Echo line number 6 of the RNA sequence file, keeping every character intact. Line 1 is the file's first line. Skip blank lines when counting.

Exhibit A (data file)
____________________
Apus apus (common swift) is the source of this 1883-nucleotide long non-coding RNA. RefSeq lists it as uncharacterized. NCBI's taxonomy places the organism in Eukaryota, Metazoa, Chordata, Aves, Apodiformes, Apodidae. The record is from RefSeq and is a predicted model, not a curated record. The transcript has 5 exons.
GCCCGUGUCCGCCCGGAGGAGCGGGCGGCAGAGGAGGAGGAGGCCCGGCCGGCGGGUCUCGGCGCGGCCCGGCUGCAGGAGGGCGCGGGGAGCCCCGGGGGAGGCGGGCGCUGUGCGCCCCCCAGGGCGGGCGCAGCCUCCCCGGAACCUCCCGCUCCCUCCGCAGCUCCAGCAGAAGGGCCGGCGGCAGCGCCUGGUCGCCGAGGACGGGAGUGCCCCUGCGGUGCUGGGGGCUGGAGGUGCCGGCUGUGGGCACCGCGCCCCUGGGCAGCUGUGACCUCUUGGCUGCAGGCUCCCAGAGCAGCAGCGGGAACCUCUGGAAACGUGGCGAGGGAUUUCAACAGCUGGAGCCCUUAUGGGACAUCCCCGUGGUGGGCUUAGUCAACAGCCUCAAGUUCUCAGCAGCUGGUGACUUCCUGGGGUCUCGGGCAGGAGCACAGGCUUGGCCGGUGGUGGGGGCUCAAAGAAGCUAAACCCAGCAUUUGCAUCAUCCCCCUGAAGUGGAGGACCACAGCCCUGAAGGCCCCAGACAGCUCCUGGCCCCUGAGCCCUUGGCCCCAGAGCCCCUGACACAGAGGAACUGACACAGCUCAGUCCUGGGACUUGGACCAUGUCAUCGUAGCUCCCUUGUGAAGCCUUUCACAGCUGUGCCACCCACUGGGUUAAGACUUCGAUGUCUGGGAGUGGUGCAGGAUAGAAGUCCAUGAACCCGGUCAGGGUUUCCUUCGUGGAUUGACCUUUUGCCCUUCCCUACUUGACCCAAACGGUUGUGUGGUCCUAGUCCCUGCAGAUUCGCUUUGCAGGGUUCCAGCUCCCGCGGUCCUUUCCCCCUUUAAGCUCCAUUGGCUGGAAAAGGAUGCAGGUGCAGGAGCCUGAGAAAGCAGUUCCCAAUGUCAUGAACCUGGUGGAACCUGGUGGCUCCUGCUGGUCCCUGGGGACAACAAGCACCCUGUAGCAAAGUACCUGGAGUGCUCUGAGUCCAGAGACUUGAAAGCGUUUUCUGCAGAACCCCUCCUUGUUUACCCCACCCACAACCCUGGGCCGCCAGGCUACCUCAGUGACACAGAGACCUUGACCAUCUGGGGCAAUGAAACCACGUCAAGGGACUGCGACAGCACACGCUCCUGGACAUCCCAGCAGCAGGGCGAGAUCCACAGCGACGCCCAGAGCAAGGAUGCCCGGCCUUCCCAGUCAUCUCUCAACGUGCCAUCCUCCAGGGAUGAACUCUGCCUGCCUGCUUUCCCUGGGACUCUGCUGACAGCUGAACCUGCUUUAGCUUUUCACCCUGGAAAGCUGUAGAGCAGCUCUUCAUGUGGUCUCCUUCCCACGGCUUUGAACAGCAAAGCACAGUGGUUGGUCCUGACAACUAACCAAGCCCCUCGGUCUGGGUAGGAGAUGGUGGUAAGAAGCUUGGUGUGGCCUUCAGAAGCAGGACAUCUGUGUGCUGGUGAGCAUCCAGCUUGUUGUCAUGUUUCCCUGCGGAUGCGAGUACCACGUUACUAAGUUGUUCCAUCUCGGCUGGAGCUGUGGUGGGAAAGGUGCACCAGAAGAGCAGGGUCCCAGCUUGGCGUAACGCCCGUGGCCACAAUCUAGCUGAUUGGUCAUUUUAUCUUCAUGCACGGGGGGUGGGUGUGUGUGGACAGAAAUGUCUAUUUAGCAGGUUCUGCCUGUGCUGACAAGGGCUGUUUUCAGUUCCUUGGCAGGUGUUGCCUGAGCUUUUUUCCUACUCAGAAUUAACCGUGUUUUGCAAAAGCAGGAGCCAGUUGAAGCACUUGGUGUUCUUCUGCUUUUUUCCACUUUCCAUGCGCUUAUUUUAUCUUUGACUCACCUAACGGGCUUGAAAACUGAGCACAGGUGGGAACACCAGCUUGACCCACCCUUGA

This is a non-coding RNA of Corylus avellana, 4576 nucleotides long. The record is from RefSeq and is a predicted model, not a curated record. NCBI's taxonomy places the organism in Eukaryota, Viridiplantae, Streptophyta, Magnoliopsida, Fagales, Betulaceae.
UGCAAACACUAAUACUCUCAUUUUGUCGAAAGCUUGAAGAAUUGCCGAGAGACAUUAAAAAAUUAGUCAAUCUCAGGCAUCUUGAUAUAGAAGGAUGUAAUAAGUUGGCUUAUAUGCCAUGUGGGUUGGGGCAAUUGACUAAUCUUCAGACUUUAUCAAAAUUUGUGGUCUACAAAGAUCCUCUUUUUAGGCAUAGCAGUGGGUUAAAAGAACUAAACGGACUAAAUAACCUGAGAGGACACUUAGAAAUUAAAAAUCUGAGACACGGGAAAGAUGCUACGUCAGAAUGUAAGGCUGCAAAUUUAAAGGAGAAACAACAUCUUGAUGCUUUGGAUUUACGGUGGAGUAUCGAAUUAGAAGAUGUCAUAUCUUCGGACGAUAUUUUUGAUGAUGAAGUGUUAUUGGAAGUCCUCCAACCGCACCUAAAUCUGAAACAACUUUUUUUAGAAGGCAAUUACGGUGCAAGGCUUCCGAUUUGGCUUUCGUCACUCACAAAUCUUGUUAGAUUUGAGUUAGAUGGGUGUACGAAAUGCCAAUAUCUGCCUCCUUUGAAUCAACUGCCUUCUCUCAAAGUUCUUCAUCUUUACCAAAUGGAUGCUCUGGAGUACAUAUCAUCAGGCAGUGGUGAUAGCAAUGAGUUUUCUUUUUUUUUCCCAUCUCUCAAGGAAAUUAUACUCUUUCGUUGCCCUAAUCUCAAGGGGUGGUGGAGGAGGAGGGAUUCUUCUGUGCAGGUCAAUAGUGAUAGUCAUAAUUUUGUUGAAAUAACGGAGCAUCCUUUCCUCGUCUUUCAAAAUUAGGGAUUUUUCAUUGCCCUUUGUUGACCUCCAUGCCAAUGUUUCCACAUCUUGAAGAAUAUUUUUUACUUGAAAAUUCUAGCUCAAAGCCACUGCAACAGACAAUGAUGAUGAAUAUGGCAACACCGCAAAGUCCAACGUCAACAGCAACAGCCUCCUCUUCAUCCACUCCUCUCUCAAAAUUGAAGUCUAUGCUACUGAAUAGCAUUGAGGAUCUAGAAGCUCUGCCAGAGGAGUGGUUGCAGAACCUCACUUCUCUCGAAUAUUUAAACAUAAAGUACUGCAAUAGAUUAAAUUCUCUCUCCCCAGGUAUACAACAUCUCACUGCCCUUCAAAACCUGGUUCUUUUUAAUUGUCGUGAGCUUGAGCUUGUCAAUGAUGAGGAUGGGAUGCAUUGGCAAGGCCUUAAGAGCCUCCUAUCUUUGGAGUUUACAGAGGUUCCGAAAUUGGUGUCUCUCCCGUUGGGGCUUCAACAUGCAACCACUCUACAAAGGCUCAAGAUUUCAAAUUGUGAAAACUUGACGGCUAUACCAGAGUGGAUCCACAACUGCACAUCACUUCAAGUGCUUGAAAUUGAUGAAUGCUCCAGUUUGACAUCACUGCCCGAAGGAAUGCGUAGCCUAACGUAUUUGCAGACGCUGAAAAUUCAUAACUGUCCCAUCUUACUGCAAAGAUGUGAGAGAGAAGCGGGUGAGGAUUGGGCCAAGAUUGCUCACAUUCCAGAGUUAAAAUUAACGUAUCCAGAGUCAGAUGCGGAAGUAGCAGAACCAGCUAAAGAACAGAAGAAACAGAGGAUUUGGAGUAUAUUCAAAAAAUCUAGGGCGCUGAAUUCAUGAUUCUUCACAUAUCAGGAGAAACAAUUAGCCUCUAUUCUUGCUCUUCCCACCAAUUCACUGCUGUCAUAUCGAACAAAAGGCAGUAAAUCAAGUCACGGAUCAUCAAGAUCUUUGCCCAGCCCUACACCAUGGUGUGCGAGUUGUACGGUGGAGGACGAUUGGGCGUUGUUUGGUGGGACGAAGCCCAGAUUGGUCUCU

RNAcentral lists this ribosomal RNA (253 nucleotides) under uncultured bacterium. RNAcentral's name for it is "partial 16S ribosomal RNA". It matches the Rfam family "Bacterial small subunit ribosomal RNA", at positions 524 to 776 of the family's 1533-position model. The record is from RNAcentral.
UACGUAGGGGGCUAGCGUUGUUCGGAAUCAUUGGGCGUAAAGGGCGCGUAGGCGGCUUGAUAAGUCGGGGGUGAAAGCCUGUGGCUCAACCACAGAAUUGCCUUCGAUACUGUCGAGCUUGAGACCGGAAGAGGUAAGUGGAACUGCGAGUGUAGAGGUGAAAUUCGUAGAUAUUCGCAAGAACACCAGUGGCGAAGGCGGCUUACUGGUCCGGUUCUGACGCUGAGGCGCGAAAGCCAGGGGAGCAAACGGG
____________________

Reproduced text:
UACGUAGGGGGCUAGCGUUGUUCGGAAUCAUUGGGCGUAAAGGGCGCGUAGGCGGCUUGAUAAGUCGGGGGUGAAAGCCUGUGGCUCAACCACAGAAUUGCCUUCGAUACUGUCGAGCUUGAGACCGGAAGAGGUAAGUGGAACUGCGAGUGUAGAGGUGAAAUUCGUAGAUAUUCGCAAGAACACCAGUGGCGAAGGCGGCUUACUGGUCCGGUUCUGACGCUGAGGCGCGAAAGCCAGGGGAGCAAACGGG